The pediatric patient population examined had minimal complications post-transplant thus the collection of samples did not generally overlap with rejection or infection events. However, we did examine the expression of NKp30, NKp46, and NKG2D in the CD56dim and CD56bright population in a patient with an acute rejection episode at one week post-transplant (Fig. 4). There was a modest increase in NKp30 expression in both the CD56dim and CD56bright populations and a dramatic increase in NKG2D expression in the CD56dim population (a pre-transplant level of 42.5% to one-week post-transplant level of 95.9%). The marked increase in NKG2D expression at the time of allograft rejection agrees with previous reports from our lab and others demonstrating a role for NKG2D in rejection (16, 1819). Taken together, our data indicate that the NK cells that remain in the circulation in the early transplant period retain robust expression of NK cell receptors capable of inducing cytotoxicity and cytolytic effector functions.
Fig 4
Fig 4
NKG2D Expression is increased during graft rejection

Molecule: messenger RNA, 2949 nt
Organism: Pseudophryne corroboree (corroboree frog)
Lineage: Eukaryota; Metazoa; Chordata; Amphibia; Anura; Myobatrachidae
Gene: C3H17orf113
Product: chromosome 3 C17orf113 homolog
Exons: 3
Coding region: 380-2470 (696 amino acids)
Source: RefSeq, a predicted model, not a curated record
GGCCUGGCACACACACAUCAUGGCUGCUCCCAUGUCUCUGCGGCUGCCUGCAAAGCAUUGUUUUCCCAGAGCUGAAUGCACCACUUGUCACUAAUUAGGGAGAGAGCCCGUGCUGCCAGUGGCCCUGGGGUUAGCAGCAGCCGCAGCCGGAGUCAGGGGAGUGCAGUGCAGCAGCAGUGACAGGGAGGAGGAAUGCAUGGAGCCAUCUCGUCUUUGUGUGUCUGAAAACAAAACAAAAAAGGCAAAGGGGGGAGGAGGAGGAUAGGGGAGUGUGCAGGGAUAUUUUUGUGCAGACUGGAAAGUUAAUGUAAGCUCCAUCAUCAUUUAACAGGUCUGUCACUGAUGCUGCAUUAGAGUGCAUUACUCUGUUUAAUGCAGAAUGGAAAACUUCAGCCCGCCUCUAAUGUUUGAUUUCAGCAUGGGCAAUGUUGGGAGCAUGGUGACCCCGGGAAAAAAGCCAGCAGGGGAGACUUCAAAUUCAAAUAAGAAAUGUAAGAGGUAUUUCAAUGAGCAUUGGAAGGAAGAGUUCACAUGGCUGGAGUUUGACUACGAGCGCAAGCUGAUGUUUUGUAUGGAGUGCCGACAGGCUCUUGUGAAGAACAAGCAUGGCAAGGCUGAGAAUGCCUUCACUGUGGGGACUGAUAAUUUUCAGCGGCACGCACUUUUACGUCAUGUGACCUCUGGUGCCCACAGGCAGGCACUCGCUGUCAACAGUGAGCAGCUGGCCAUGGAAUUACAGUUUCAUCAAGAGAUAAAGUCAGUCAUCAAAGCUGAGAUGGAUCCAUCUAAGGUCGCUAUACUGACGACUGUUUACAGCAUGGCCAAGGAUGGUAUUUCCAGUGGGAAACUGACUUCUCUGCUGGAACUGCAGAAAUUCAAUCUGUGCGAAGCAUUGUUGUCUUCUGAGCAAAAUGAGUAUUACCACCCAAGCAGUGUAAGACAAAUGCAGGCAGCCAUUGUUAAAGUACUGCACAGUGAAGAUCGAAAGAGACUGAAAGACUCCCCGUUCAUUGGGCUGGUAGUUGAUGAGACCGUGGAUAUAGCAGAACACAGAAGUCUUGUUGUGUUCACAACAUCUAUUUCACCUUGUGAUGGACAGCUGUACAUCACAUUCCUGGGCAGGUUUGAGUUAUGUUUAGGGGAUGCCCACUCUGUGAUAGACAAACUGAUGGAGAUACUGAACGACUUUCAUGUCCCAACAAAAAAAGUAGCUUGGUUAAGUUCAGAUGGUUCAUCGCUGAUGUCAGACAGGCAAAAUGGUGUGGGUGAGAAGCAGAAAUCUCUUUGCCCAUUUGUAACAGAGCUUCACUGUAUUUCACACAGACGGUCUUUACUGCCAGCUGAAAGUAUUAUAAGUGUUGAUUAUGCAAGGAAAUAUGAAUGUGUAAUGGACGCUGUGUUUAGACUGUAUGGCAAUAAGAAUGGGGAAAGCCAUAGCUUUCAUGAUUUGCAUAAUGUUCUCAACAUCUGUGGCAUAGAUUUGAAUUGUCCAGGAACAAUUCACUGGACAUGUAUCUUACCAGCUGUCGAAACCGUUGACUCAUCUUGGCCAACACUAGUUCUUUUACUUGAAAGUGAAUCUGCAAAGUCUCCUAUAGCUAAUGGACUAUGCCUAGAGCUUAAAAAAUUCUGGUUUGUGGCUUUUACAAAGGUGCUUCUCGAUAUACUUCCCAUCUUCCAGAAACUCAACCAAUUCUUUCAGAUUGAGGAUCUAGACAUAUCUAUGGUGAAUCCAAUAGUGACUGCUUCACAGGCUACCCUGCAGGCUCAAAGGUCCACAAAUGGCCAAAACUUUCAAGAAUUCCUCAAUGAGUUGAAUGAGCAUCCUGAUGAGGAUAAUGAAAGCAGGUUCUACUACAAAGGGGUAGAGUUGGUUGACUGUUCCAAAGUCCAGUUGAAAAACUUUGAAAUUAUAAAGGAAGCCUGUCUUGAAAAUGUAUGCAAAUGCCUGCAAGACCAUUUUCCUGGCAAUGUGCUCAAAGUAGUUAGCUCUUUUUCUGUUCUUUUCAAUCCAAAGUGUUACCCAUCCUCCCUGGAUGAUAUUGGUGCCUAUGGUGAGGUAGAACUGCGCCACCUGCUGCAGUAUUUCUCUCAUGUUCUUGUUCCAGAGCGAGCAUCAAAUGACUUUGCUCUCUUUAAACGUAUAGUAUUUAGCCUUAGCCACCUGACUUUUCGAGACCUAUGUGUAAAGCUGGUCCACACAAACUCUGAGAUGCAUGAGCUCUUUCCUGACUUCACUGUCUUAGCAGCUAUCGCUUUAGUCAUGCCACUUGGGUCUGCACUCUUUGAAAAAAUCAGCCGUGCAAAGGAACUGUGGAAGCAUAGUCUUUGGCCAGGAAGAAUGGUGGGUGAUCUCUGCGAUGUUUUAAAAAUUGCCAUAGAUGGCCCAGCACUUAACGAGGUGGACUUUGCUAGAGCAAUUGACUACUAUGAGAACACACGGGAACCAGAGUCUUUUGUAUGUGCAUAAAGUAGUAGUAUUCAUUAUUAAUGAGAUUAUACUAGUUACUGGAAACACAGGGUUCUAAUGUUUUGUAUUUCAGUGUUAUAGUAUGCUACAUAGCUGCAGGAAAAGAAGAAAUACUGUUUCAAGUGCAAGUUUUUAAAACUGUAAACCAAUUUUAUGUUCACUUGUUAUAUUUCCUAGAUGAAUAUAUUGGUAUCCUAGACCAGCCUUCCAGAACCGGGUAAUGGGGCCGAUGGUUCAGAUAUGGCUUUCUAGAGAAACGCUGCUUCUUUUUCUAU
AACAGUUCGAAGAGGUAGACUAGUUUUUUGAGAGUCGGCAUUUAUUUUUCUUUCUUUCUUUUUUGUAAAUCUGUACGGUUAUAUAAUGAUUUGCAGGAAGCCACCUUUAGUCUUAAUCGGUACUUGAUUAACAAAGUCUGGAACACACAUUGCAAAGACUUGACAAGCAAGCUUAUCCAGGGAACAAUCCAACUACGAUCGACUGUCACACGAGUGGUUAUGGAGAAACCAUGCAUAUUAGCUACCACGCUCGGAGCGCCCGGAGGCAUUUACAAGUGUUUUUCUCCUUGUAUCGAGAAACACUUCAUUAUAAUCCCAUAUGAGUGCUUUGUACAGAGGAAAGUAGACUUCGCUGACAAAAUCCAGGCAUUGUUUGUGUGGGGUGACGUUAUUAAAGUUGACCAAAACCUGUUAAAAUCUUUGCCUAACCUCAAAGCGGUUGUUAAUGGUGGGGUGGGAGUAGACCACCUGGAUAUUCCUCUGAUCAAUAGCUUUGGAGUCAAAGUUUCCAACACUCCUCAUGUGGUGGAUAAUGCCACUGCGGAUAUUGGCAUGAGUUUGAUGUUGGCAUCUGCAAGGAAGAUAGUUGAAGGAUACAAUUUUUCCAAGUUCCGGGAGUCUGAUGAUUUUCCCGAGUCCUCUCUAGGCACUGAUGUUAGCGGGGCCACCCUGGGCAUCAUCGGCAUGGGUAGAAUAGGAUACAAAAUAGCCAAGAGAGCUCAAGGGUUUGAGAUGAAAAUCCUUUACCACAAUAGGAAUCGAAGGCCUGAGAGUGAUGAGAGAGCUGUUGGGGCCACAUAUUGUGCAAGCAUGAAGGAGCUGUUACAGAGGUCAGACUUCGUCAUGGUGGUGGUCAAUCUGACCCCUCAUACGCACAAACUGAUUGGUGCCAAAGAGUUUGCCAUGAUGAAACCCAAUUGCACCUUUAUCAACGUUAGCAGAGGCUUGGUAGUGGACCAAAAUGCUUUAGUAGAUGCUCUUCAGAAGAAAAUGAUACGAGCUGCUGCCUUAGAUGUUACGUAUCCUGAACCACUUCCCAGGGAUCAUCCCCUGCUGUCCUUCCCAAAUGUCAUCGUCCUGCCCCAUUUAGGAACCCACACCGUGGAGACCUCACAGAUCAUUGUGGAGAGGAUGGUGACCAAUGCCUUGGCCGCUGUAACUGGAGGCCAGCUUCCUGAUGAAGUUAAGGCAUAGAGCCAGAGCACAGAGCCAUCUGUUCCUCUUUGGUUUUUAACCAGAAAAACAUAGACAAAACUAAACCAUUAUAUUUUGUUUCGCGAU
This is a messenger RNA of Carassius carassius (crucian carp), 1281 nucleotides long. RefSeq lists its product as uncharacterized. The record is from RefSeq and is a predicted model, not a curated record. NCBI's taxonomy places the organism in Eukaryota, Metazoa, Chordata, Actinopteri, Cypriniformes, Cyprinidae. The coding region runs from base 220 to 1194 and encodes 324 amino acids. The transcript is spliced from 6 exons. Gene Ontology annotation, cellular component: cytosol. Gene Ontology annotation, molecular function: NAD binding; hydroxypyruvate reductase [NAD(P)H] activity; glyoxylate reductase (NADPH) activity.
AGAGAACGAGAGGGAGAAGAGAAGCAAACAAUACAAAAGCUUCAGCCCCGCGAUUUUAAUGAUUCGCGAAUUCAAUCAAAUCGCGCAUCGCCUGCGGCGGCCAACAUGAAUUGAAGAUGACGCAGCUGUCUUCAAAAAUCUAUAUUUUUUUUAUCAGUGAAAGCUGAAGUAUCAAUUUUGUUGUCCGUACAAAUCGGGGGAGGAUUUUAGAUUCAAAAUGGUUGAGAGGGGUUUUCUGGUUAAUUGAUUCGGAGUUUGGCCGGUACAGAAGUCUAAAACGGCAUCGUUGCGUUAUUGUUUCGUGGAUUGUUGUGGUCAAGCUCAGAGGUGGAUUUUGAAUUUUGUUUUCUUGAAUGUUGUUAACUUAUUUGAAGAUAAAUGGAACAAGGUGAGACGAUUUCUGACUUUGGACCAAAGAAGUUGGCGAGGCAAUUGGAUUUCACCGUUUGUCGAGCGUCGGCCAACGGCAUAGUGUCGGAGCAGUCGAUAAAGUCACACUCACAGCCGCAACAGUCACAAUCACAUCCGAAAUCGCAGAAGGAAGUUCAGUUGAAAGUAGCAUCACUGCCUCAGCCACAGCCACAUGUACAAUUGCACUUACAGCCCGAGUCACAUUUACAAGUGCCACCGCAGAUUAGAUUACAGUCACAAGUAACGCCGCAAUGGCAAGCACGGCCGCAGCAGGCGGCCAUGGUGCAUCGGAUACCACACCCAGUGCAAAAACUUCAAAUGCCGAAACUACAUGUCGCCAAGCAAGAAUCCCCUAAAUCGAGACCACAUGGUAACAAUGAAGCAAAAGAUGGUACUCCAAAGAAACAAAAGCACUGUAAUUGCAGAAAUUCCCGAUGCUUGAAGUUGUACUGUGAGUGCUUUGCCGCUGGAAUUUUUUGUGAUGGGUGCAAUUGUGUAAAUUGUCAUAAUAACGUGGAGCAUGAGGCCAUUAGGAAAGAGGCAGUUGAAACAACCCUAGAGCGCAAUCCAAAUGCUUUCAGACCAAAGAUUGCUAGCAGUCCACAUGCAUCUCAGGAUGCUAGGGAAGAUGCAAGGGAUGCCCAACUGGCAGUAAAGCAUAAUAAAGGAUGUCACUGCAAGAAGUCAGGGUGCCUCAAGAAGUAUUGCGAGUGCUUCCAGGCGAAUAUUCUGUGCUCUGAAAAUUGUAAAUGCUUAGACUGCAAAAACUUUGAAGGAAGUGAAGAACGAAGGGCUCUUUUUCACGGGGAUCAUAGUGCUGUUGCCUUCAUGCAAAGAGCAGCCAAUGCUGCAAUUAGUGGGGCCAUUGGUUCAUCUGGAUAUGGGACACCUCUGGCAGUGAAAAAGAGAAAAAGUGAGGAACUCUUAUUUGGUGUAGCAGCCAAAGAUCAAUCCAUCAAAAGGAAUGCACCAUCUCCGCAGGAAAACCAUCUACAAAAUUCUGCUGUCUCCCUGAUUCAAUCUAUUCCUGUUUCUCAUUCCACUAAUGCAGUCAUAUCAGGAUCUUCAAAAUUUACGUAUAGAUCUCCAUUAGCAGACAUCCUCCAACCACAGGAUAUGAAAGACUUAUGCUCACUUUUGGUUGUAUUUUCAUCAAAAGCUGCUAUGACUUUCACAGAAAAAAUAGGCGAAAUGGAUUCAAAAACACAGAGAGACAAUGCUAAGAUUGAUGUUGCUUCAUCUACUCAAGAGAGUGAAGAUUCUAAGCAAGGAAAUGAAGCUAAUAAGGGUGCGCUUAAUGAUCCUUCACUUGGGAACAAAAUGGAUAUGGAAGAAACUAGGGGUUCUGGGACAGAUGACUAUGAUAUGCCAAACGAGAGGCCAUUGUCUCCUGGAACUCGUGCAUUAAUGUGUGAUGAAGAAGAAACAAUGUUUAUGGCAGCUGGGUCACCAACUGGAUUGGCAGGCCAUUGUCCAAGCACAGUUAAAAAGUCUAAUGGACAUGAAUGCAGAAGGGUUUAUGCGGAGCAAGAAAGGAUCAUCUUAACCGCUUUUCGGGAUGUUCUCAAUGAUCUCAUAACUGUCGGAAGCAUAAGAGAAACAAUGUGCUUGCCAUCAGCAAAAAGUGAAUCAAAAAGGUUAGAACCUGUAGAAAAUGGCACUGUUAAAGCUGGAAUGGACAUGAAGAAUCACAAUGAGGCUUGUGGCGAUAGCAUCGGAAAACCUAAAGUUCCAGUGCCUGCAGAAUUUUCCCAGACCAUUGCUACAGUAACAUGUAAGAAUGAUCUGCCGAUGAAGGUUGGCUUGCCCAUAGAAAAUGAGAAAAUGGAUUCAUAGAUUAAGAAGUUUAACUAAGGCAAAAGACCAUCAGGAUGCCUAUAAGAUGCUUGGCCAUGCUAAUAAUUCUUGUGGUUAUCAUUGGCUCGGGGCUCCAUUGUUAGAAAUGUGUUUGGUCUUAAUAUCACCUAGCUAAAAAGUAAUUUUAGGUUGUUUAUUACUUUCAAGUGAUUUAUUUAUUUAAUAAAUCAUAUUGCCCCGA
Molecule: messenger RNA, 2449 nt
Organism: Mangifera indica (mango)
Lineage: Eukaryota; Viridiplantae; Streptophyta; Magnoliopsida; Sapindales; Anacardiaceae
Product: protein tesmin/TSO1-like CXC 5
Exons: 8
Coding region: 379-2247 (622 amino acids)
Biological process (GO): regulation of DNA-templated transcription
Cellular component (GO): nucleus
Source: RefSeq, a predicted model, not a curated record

Our data demonstrate a significant decrease in circulating NK cells early post-transplant in pediatric liver transplant recipients. We suggest that two plausible reasons for this decrease are the direct or indirect effects of immunosuppression or the migration of these circulating NK cells to the graft. The effects of immunosuppressive agents on NK cell numbers and function remains controversial. We have previously demonstrated both in vitro and in vivo that cyclosporine and tacrolimus do not effect NK cell proliferation or cytokine production although treatment with sirolimus does impair NK cell numbers and function (20). Corticosteriods are thought to impair NK cell function and have been reported to decrease expression of the activating receptors NKp30 and NKp46 (21). However, a recent report suggests that glucocorticoids, including methylprednisolone, in combination with IL-15 expand NK cells and retain functional capacities (22). Our results suggest that the activation receptors, NKp46 and NKp30 are actually increased after transplant. It has been reported, in a model of allogeneic hematopoeietic stem cell transplantation, that the CD56bright subset showed greater resistance to the effects of immunosuppressive agents as compared to the CD56dim subset (23). Indeed, daclizumab has been reported to expand the CD56bright NK cell subset however we did not detect any differences in the percentage of CD56bright NK between the children who received daclizumab and those that did not. In our study NK cells were significantly decreased at one week post-transplant in all children.